Zameen … has dual connotations.  It means land, but also a certain psychological environment.  It is soil, mood, air, culture …  You make it as much as you need it to make yourself.”

“Home, they say, is where the heart is.  If home is a location of love, then in my country, home is a guilty secret.”

“Home is where others come looking for you, in life and after.”

The last pages of Bread, Cement, Cactus close with Zaidi’s misty metaphor:  “Sometimes I think of home as morning mist.  I see it as wispy strands engulfing around me.  I feel its cool fingers on my face, but it is beyond my grasp.”  She then proceeds to list the “moving picture” of her life that she evoked in the previous 140 pages.   Then, suddenly, she writes, “Like mist, these things disappear.  Rivers and hills too may disappear within my own lifetime.  But like a train of thought, like a film of moving images, something of home remains within.”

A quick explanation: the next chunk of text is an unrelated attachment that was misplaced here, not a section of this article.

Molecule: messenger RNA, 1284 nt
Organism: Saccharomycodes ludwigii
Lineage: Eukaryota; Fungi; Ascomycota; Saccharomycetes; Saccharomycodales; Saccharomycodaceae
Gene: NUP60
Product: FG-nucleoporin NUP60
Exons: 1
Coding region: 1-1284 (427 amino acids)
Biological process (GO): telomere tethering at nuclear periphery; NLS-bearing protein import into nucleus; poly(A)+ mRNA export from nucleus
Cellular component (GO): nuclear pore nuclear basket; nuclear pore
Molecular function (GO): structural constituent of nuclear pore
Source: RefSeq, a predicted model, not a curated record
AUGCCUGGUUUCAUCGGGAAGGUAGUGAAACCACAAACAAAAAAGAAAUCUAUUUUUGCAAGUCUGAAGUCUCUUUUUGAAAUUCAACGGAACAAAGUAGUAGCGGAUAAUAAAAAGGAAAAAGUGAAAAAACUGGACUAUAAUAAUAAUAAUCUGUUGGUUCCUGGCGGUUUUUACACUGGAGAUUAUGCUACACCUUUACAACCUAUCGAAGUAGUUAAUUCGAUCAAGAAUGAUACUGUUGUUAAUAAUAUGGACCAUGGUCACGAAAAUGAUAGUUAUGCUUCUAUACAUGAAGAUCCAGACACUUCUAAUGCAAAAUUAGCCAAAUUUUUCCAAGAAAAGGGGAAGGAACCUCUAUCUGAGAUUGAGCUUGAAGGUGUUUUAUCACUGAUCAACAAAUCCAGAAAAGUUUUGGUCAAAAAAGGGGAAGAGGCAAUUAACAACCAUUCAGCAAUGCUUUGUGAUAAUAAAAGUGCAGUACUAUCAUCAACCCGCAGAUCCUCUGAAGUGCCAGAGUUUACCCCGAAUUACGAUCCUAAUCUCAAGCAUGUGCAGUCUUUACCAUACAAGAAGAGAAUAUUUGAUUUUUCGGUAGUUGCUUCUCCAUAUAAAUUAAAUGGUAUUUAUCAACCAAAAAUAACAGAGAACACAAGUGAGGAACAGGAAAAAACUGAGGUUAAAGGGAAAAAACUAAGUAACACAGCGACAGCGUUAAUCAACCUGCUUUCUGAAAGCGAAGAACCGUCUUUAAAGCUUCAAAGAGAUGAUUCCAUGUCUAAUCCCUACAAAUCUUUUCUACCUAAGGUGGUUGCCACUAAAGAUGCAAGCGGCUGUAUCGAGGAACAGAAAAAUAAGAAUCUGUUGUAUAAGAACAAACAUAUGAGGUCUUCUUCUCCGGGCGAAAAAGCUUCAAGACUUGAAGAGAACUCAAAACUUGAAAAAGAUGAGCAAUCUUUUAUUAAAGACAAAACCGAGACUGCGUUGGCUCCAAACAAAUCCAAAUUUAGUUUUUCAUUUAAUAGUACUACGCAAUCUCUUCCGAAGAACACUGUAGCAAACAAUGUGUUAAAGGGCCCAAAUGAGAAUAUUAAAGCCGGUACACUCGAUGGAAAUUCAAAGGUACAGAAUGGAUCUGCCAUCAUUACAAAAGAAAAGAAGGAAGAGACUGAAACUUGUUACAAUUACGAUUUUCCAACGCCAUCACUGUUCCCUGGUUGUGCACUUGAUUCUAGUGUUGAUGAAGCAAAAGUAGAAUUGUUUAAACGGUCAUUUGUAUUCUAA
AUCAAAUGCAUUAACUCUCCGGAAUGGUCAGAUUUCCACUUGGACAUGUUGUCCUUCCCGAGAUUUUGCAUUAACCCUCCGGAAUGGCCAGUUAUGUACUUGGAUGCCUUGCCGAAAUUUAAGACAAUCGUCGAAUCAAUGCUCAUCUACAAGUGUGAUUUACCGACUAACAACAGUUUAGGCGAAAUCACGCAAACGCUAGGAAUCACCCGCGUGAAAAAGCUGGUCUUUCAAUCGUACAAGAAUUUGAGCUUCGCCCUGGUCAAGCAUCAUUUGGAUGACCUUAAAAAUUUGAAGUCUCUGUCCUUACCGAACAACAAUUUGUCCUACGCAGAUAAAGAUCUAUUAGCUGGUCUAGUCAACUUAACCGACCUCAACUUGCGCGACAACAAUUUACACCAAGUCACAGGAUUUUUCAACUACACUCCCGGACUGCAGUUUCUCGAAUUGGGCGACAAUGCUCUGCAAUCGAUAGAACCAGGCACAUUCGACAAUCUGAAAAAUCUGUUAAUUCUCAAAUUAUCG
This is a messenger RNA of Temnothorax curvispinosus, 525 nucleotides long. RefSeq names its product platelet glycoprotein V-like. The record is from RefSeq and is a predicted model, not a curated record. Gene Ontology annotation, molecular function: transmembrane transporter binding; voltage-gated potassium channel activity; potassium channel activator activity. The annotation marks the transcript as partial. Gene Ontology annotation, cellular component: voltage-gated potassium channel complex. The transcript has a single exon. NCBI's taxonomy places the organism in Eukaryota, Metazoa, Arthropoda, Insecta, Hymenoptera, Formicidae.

Subsequent to Independence in 1947, Indians like me were born into a promising land that was their own.  Over the past three-quarters of a century, many, like Annie Zaidi, have worked to have India deliver on its promissory note of a pluralist democracy.  If that proves to be elusive, then perhaps the only option remaining to us romantics is to return to our promised land after our final breath.

For RCO’s granddaughter Eshni and her parents as they make a house their home.


Dr. Rajesh C. Oza, is a Change Management Consultant working with clients across the world; he also facilitates the development of MBA students’ interpersonal dynamics at Stanford’s Graduate School of Business.